Category Archives: Social Consciousness

Fair Weather

“I just saw God up on your ridge.”  (Kudos to anyone who can name the source of that quote!)  Many years ago I read Stewart Guthrie’s remarkable Faces in the Clouds.  The idea that he presents is that pareidolia—seeing faces or people where they don’t actually exist—may account for the belief in God.  Early people, not knowing any way to interpret such obvious examples of humans writ everywhere thought they were gods or spirits.  Since reading this book, I’ve taken to trying to capture incidents of pareidolia where I can.  The other day as I was working away in my home office, I noticed a literal face in the clouds.  I thought “I just saw God outside my window.”

Now I know this isn’t really what I saw.  I know matrixing (mistaking noise for signal) when I experience it.  I hope.  Nevertheless, the resemblance was detailed—brow ridge, nose, distinct lips, chin.  The lighting in the fair weather cumulus will likely make this difficult for you to make out, and you might see a face other than the one I saw.  Not everyone thinks of the Almighty in the same way.  Looking at the picture I snapped I can see at least two faces stacked on top of one another—the council of the gods?  Who am I to tell deities what they can or can’t do?   Or to prevent imagination from going where it will?  Religion seems to be an evolved characteristic of our biological makeup—our eyes show us what to believe about the world around us.  The rest is hermeneutics.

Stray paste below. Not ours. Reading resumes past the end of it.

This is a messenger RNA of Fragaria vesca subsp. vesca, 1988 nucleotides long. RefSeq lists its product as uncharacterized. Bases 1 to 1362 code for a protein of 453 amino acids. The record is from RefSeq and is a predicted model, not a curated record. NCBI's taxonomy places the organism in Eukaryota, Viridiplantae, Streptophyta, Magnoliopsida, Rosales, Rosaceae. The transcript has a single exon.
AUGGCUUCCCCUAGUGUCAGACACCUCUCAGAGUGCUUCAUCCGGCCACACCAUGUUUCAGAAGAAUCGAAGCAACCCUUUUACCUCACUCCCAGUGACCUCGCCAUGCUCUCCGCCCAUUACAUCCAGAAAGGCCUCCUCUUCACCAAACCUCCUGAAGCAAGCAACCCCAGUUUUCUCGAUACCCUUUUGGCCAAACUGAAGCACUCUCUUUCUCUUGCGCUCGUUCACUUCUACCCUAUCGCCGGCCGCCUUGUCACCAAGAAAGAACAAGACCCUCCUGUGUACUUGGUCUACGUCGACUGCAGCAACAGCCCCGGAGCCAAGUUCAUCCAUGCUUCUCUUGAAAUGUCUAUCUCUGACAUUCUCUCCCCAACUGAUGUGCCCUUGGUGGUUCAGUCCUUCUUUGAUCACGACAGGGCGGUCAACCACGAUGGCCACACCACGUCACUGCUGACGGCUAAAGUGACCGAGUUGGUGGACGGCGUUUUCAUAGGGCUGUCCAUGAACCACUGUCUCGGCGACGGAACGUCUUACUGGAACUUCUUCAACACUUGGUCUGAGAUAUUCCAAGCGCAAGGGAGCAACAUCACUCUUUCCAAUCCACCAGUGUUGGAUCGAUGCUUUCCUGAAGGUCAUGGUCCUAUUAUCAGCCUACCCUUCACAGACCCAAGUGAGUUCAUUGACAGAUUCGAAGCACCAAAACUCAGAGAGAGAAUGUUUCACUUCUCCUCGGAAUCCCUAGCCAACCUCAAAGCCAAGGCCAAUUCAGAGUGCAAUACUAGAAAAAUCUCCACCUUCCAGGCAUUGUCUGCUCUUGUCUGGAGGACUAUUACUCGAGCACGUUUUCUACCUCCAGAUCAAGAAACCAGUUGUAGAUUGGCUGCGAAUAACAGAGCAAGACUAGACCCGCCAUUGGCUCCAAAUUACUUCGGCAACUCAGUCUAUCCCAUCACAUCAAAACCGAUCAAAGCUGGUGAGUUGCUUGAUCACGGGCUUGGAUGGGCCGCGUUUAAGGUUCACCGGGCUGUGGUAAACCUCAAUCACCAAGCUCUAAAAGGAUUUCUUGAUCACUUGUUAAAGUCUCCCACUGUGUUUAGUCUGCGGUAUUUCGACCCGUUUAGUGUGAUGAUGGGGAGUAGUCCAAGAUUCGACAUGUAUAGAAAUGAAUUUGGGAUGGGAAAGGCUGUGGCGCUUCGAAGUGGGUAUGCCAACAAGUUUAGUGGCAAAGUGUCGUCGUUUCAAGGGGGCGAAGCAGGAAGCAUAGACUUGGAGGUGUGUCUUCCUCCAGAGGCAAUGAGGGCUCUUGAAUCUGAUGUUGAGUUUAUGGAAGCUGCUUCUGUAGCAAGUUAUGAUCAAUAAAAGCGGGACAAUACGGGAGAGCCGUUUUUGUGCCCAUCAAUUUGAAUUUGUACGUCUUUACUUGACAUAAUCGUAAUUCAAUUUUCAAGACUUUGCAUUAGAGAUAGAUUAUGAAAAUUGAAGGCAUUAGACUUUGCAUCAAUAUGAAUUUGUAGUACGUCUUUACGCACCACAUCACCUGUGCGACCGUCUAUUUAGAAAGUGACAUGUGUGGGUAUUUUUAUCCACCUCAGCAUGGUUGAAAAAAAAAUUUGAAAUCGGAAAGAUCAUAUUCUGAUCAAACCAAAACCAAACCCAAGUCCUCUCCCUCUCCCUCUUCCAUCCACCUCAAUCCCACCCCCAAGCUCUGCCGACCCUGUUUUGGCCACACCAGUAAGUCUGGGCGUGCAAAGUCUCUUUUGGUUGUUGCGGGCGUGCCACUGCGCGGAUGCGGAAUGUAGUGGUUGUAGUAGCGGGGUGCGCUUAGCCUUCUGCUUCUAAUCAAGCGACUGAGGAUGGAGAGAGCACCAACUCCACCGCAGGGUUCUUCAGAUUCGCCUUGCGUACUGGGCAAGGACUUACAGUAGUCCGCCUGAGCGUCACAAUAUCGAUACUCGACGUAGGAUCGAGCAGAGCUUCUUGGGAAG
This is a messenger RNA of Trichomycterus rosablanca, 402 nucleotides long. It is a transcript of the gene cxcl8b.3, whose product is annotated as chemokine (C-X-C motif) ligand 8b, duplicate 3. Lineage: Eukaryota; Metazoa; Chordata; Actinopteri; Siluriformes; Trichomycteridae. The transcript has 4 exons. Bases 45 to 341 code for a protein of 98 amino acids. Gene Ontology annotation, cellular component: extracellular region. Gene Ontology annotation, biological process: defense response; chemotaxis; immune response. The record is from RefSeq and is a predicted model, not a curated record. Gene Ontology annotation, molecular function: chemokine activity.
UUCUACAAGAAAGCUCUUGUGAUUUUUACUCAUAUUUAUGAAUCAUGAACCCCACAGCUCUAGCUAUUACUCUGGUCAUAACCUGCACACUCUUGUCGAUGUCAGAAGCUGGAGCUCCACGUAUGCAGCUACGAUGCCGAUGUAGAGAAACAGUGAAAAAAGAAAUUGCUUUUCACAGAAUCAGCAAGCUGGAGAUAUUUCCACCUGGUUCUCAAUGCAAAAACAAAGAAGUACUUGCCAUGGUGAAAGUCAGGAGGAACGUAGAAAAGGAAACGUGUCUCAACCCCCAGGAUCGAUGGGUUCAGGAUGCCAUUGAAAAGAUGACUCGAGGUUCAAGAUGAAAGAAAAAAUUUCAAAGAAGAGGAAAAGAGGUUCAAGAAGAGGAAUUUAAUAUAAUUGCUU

Gods and the skies naturally go together.  We can’t reach the heavens nor can we control them.  We can increase greenhouse gases in them, though, threatening the very illusion we see in the clouds.  The glimpse of the divine we once saw there can easily dissolve into acid rain.  Heaven and Hell, according to the story of Dives and Lazarus, aren’t very far apart.  Even as we gaze into the cerulean sky seeking serenity, others are bending laws to allow them to destroy it for profit.  There’s a reason Dives is simply called “the rich man.”  Does Scripture defend the practice of environmental destruction?  Dives’ friends claim the planet was given to us to use and use up and Jesus will swoop out of those clouds we’re manipulating at the last minute and rescue us from the mess we’ve made.  Looking into God’s face in the clouds, I interpret this all as a mere excuse.  To destroy the environment is to side with Dives as he makes his flaming bed of nails in Hell. This is why windows in an office are divine.